The Lynas rare earth processing plant in Gebeng, Kuantan. Rare earth processing is a new business in Malaysia. (FILE PIC)

MANY may remember the Lynas issue and its rare earth business that was raised at the last general election.

The issue of Lynas almost took centre stage then.

The opposition made all kinds of claims on rare earth, all in the interest of securing votes.

One claim was that the processing of rare earth would be disastrous for the public, especially those living near the Lynas plant.

They produced fake evidence linking rare earth to cancer and other side effects. Their exaggerated claims somehow caused some unease among the people there.

The public took the opposition’s bait mainly because they were ignorant.

Rare earth processing is a new business in the country, although rare earth itself is not entirely new. During the era of tin mining, waste from tin processing comprised rare earth.

And, children, including some among the vocal critics of Lynas, used to run around such tin mining waste, including a few of our colleagues at the Academy of Sciences. They are all fine despite the exposure.

It was a pity such an issue was exploited at great cost. It was, to some extent, a waste of public money. At the academy, we spent time and money building factual information on rare earth.

I was sent to visit a thriving rare earth facility in La Rochelle, France. The aim was to gather evidence on the safety aspects of rare earth processing. To my surprise, the facility has been operating for decades with no harm inflicted on the environment.

In fact, La Rochelle itself was, and still is, a thriving tourist destination, attracting visitors from the European Union and the world.

Fellows of the academy appeared on television and radio to explain to the public that rare earth waste was not like nuclear waste. The radioactive level was extremely low, oftentimes lower than the natural background levels around Kuantan.

There are lessons that we can learn from the Lynas incident. We should never take things for granted when it comes to bringing in investment to the country.

Rare earth processing is a good example where those opposed to the government’s well-meaning intention to bring in foreign direct investments and jobs twisted facts to confuse the public.

They hoped to derail the project. That would have been unfortunate because the demand for rare earth in the new digital economy is expected to continue rising.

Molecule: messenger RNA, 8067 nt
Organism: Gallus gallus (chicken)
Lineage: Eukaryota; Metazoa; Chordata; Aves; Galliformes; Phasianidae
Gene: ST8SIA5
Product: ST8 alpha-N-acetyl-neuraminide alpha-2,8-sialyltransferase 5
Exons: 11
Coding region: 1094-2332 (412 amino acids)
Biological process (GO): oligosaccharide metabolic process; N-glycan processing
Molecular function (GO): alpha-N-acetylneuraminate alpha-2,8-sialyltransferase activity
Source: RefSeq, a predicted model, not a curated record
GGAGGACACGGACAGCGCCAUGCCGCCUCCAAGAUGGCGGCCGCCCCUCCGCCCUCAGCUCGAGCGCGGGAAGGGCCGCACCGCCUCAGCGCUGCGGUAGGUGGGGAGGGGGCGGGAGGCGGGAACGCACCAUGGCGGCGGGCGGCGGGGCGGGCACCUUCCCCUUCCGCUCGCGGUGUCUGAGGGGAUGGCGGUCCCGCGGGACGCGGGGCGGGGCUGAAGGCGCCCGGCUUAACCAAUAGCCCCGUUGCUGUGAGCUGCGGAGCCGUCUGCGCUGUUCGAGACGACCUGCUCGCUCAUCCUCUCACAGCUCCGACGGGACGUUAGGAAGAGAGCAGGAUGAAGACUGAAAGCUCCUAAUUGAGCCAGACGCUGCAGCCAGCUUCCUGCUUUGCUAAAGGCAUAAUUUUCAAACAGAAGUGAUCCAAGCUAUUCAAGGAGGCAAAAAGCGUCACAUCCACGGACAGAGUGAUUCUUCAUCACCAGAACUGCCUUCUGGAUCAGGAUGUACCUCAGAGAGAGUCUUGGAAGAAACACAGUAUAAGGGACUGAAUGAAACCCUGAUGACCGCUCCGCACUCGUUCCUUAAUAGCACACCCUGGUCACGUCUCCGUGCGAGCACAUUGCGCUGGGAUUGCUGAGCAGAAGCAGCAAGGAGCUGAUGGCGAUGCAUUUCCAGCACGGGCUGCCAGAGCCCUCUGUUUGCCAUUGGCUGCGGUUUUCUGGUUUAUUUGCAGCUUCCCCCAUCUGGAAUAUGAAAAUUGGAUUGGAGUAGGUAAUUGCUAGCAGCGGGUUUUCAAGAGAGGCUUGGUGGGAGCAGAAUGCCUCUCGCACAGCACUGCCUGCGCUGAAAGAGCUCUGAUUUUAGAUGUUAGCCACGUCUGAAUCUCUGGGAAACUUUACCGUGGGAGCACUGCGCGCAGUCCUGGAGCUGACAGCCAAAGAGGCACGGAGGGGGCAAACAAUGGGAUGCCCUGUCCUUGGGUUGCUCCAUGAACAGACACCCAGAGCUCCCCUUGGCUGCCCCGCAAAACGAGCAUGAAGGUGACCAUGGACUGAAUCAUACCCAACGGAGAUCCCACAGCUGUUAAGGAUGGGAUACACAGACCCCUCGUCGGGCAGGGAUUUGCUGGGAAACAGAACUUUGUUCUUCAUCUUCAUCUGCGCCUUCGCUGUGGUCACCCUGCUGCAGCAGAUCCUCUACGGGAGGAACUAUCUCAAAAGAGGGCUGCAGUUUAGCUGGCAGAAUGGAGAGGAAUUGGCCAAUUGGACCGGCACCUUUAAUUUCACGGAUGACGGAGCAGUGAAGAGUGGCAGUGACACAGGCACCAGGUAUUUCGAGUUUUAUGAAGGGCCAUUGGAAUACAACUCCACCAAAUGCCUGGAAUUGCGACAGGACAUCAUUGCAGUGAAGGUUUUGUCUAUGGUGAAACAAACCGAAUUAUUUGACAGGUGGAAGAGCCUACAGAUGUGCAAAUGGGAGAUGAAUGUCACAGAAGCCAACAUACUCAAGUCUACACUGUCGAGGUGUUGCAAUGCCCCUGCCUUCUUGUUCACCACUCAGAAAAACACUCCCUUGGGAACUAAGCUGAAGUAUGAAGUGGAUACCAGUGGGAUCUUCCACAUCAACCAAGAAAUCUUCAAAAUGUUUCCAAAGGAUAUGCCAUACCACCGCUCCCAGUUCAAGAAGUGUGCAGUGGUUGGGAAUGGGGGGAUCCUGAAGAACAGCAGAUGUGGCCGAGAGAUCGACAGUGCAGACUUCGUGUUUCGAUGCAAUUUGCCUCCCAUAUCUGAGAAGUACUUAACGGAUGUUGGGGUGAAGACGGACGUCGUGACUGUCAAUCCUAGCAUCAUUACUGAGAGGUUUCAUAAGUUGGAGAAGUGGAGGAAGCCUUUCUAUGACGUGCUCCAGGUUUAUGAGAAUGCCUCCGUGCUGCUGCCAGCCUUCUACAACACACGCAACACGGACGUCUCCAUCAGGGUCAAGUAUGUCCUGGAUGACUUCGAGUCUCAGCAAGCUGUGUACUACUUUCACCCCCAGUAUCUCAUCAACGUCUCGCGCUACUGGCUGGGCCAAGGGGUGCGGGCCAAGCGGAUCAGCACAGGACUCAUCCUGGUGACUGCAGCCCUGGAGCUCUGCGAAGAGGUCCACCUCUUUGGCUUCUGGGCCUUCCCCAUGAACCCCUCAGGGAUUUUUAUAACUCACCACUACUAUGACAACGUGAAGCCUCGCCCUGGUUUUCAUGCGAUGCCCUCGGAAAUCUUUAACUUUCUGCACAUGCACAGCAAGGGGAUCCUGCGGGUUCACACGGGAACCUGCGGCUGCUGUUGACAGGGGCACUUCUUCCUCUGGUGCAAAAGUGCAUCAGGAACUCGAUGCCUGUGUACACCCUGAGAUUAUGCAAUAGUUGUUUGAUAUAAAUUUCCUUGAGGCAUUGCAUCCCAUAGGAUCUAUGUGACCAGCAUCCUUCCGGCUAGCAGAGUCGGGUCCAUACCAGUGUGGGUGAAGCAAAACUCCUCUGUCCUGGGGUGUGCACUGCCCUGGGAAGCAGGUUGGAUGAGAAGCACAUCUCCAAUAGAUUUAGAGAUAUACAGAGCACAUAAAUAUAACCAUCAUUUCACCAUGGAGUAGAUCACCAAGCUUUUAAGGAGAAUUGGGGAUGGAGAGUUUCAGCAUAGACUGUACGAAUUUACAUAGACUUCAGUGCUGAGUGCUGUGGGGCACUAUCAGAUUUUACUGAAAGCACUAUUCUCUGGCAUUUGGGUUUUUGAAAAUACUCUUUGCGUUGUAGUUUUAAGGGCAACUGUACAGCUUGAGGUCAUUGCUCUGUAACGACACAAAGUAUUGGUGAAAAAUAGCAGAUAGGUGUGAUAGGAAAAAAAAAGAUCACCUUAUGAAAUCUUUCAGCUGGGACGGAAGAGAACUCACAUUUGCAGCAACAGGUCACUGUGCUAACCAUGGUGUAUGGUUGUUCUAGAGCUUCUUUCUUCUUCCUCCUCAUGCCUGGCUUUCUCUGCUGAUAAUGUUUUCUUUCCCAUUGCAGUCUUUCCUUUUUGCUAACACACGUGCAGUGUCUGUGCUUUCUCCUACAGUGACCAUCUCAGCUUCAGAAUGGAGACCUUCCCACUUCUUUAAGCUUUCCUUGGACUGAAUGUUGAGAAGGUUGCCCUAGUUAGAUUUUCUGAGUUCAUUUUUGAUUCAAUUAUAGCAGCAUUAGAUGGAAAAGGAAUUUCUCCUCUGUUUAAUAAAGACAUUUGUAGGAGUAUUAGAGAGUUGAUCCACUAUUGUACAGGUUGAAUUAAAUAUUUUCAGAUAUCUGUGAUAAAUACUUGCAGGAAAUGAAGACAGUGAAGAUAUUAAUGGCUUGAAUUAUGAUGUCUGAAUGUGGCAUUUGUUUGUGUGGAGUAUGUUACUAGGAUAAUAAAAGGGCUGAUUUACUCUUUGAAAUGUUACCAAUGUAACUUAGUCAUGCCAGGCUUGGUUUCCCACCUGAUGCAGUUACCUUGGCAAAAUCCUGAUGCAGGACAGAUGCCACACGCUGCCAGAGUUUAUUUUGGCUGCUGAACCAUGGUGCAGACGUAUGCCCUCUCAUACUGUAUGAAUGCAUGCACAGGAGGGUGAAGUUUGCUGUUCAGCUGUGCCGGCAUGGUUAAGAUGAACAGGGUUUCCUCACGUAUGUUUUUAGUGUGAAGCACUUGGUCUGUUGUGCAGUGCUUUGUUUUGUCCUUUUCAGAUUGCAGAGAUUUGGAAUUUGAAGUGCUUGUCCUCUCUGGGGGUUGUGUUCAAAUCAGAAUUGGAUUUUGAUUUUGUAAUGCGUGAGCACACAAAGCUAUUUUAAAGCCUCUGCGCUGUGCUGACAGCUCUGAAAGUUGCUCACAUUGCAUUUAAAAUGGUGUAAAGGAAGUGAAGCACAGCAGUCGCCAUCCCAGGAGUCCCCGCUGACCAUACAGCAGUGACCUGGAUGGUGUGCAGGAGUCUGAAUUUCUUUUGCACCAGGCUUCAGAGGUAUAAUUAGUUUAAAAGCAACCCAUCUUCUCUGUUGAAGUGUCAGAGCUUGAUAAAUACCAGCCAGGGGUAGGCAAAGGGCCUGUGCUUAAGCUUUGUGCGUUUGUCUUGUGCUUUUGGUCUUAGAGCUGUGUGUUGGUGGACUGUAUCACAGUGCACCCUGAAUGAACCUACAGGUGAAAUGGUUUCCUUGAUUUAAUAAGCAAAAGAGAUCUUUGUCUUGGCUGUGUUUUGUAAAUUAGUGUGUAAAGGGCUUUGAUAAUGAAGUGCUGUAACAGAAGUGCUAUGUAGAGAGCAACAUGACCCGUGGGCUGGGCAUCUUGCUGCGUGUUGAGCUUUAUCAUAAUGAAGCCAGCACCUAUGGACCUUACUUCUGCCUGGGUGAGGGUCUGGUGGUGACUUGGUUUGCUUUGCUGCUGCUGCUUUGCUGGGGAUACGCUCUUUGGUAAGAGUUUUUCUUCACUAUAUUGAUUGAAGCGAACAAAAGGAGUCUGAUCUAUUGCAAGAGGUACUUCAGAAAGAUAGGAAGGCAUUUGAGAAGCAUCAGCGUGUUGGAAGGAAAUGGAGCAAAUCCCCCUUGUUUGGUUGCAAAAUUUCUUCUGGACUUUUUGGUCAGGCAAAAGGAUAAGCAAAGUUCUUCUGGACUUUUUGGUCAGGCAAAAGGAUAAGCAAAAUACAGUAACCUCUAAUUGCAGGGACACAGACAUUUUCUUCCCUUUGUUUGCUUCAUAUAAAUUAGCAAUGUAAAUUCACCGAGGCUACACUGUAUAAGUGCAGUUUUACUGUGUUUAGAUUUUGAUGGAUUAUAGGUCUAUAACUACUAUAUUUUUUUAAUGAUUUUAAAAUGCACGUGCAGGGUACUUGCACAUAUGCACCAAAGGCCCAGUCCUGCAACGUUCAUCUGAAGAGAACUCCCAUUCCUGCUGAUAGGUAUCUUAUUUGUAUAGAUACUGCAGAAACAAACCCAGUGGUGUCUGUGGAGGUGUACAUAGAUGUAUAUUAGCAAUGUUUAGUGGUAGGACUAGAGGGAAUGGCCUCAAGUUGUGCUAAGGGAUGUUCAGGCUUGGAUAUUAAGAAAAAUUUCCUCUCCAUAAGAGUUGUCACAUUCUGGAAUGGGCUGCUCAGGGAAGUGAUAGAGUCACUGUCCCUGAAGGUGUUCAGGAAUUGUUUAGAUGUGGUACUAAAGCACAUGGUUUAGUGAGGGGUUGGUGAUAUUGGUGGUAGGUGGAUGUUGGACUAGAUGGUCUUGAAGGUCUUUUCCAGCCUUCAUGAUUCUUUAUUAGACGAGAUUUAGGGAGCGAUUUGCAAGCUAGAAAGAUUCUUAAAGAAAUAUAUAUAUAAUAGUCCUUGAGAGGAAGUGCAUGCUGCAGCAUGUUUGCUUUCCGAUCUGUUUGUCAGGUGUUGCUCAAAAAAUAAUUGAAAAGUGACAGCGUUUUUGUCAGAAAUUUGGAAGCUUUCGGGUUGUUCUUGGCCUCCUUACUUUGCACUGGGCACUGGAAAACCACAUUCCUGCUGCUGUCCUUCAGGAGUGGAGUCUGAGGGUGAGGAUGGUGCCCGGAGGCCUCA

At the academy, we have even produced a report urging the government to initiate our own rare earth industry.

Our studies have shown that we do have healthy deposits of the more expensive heavy rare earth that is ready to be mined.

We have even drawn up a plan on how to move that industry as another source of revenue for the country.

Admittedly, the nation needs to diversify its revenue streams. Though the government has, over the years, done much to diversify the economy, moving away from total reliance on oil, we need to be on the constant lookout for emerging opportunities.

With the advent of the new global economic order revolving around Industry 4.0, the rare earth business will, undoubtedly, be prominent in the coming years.

The other lesson from the Lynas incident is that we need to monitor scientific claims in the media. Many errant parties are spreading fake scientific information to dupe the public to buy their products.

The palm oil industry is aware of such tactics. There are also those peddling all kinds of medicines, spreading false science. We need to have a group of scientists working closely with the media to monitor such fake information.

The academy can host this group. With the 14th General Election looming, the government should monitor the emergence of fake claims, as was the case with Lynas.

For matters related to science, the academy has the expertise to do so.

PROFESSOR DATUK DR AHMAD IBRAHIM

UCSI University, Fellow Academy of Sciences Malaysia

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